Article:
Today I’m going to address one of the misconceptions that I’m seeing in the online forums. The misconception that there is no creativity involved in playing cover music. To me, that’s just crazy talk! There is a ton of room for creativity when you play cover music in a live band. There are hundreds of ways to approach playing a cover song. From keeping only the lyrics and melody while re-writing every instrument part to playing the cover song note for note just like the recording. There is a massive amount of room for creativity with any approach to a cover song including a note-for-note rendition of the original.      Continue reading “Playing Cover Music Vs. Playing Original Music Part 1”

Negotiating Gig Payment For Your Live Band – Get A Signed Contract

Get a signed contract for your live band performance every time you play a gig. You can download a contract template from this post.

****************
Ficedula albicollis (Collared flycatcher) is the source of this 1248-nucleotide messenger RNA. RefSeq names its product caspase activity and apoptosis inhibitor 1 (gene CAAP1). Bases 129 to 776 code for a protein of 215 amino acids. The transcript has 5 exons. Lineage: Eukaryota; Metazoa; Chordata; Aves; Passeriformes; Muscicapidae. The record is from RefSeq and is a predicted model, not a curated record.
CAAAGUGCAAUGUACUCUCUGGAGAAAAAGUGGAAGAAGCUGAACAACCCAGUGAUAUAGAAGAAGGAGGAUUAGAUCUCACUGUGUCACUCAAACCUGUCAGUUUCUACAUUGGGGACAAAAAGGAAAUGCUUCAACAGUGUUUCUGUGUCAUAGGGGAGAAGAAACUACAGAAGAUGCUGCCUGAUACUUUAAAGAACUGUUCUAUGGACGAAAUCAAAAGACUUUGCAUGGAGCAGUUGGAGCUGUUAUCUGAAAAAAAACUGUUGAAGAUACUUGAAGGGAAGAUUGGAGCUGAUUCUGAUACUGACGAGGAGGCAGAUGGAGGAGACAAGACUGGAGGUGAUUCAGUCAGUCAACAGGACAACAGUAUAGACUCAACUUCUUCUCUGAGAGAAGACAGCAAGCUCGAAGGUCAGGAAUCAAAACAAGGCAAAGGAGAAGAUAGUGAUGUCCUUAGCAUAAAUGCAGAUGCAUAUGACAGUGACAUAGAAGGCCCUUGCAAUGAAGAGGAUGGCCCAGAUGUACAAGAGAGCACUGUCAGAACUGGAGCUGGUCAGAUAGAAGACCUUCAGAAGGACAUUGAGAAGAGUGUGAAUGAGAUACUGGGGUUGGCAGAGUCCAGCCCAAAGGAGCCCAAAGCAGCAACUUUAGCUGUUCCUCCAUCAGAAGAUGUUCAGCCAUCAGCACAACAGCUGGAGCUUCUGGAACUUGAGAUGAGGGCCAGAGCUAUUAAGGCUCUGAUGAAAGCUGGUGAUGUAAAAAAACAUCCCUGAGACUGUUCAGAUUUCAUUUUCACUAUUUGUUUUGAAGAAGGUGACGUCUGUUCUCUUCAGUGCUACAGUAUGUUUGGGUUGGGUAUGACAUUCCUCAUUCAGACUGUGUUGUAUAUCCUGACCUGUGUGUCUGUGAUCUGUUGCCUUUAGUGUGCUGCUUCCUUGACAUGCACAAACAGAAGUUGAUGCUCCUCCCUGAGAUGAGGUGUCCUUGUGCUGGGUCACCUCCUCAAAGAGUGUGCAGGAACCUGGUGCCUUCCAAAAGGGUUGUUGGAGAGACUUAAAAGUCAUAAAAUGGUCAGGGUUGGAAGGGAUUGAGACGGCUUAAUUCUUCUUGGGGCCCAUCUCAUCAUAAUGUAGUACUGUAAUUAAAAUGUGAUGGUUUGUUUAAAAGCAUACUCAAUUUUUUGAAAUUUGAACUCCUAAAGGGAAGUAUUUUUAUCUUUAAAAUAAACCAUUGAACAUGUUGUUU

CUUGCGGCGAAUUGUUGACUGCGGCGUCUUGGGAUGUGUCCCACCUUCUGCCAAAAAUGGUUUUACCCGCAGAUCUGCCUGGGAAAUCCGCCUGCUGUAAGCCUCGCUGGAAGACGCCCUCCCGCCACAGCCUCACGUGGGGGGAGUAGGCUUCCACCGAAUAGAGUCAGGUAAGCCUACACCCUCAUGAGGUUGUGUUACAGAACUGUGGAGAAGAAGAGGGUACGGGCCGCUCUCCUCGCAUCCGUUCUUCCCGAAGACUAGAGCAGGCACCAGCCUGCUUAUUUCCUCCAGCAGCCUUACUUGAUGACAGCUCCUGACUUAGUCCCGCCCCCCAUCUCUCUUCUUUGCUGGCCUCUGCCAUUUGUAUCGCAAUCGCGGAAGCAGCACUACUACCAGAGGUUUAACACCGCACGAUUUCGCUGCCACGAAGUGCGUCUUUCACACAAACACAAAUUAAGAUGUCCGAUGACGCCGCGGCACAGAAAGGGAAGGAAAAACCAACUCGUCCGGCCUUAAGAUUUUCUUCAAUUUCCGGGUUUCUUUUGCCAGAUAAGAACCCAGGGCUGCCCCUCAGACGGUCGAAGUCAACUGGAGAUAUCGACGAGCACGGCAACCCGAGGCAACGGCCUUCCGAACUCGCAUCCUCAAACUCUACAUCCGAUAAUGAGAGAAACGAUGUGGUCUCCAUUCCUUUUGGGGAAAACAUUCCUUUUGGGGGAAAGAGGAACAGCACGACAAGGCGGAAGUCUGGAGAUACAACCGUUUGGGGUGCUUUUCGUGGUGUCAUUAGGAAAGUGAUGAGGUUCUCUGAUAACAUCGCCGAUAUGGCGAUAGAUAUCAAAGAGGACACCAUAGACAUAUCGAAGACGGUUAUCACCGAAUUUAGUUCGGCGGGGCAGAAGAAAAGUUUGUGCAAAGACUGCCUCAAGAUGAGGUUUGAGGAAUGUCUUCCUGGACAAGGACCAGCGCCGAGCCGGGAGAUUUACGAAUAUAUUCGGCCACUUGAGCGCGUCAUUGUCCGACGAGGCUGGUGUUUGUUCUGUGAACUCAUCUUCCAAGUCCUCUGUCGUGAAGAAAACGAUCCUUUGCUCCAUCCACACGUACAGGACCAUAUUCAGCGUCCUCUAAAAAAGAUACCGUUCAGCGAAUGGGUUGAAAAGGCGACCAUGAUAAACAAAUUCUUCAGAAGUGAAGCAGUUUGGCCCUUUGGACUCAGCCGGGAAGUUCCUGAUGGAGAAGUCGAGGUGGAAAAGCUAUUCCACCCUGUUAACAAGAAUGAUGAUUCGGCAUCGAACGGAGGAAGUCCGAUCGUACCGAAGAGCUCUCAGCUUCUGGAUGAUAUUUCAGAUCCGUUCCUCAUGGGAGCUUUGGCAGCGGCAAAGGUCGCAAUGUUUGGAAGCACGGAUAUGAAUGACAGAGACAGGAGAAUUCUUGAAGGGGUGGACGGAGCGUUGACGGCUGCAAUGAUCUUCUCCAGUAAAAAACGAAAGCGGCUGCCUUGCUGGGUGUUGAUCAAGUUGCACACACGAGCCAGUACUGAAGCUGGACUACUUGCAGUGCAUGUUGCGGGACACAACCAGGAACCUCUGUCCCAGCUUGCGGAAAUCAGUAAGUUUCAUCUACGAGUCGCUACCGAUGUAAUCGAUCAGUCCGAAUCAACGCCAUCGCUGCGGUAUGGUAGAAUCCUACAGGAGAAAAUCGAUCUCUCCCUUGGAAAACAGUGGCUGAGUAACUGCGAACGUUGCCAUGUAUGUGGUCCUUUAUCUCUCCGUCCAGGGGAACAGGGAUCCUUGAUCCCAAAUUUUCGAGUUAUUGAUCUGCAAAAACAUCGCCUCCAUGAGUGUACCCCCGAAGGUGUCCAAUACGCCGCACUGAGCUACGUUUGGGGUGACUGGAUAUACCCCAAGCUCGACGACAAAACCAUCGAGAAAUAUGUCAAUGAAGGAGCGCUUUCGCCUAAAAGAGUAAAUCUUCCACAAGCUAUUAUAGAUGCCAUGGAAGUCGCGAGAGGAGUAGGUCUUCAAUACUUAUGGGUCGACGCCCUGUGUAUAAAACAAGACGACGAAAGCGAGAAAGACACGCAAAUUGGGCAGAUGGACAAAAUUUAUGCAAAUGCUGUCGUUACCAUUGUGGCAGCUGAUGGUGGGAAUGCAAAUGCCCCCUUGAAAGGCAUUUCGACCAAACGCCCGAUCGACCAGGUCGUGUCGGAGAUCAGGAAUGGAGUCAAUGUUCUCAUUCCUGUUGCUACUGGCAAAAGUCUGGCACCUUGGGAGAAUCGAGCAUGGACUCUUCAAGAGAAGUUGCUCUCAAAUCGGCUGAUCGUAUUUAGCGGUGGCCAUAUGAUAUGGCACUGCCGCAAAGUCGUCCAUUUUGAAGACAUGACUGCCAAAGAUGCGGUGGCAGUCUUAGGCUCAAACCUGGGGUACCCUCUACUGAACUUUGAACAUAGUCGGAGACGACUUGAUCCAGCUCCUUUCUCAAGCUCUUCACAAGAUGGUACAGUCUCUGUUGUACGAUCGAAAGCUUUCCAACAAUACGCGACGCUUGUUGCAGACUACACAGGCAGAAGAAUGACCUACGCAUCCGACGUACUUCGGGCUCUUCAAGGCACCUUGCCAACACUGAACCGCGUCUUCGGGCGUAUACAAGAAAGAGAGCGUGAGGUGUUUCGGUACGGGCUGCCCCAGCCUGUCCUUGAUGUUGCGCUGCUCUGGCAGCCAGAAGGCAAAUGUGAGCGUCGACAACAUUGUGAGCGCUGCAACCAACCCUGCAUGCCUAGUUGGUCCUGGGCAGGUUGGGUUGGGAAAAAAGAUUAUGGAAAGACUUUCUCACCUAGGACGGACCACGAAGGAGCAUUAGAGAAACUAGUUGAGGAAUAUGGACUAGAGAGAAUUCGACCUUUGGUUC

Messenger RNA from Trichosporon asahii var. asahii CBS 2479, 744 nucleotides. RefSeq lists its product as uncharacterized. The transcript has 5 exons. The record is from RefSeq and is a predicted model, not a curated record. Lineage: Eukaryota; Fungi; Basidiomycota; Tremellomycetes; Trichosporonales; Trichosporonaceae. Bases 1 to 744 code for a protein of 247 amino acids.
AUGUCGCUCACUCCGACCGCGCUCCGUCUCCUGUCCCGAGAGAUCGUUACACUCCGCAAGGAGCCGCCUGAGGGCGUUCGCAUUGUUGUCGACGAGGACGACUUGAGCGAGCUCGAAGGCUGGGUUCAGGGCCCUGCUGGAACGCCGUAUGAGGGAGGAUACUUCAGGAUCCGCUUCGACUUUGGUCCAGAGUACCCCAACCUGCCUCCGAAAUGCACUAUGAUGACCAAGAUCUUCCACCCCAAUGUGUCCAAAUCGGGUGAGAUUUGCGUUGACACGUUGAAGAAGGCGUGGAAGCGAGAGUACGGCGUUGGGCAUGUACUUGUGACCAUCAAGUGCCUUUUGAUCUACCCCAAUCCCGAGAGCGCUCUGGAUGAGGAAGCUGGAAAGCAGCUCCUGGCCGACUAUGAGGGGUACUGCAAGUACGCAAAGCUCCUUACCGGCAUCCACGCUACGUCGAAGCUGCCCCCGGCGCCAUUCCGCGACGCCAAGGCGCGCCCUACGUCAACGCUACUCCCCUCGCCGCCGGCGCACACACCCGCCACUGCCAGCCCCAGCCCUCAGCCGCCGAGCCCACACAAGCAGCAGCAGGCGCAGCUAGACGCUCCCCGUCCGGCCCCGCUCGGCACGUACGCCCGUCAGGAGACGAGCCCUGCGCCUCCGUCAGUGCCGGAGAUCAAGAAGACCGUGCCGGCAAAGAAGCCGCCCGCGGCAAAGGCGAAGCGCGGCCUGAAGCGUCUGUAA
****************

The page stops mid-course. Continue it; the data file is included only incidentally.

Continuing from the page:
Download Live Band Performance Contract
Download Live Band Performance Contract

   How much should your live band be paid when you play a gig? That’s a very delicate question and the answer is going to be different for pretty much every gig you play. Some clubs pay a standard $350 per night. Some will give you a percentage of the door receipts. Some clubs pay less and some pay a lot more. The thing that you have to remember is that gig payment is always negotiable and it’s up to you to agree to a fee before you play the gig.

   The most important thing to remember when booking a gig is to negotiate payment in advance of the gig. Try to reduce any variables the venue may throw at you. If the venue tells you “we’ll decide on payment after we see how many people show up”  then that is a great big red flag and you should seriously consider not playing that venue. Don’t agree to any stipulations such as “payment based on food and drink sales”. Even payment based on door receipts is tricky because most clubs won’t let you audit their door receipts. The best thing to do when you’re booking your gig is to get all the payment details right up front.    Continue reading “Negotiating Gig Payment For Your Live Band – Get A Signed Contract”

Dealing With Change And Guiding Your Live Band’s Evolution

Live Bands must change and evolve if they are going to keep on playing gigs.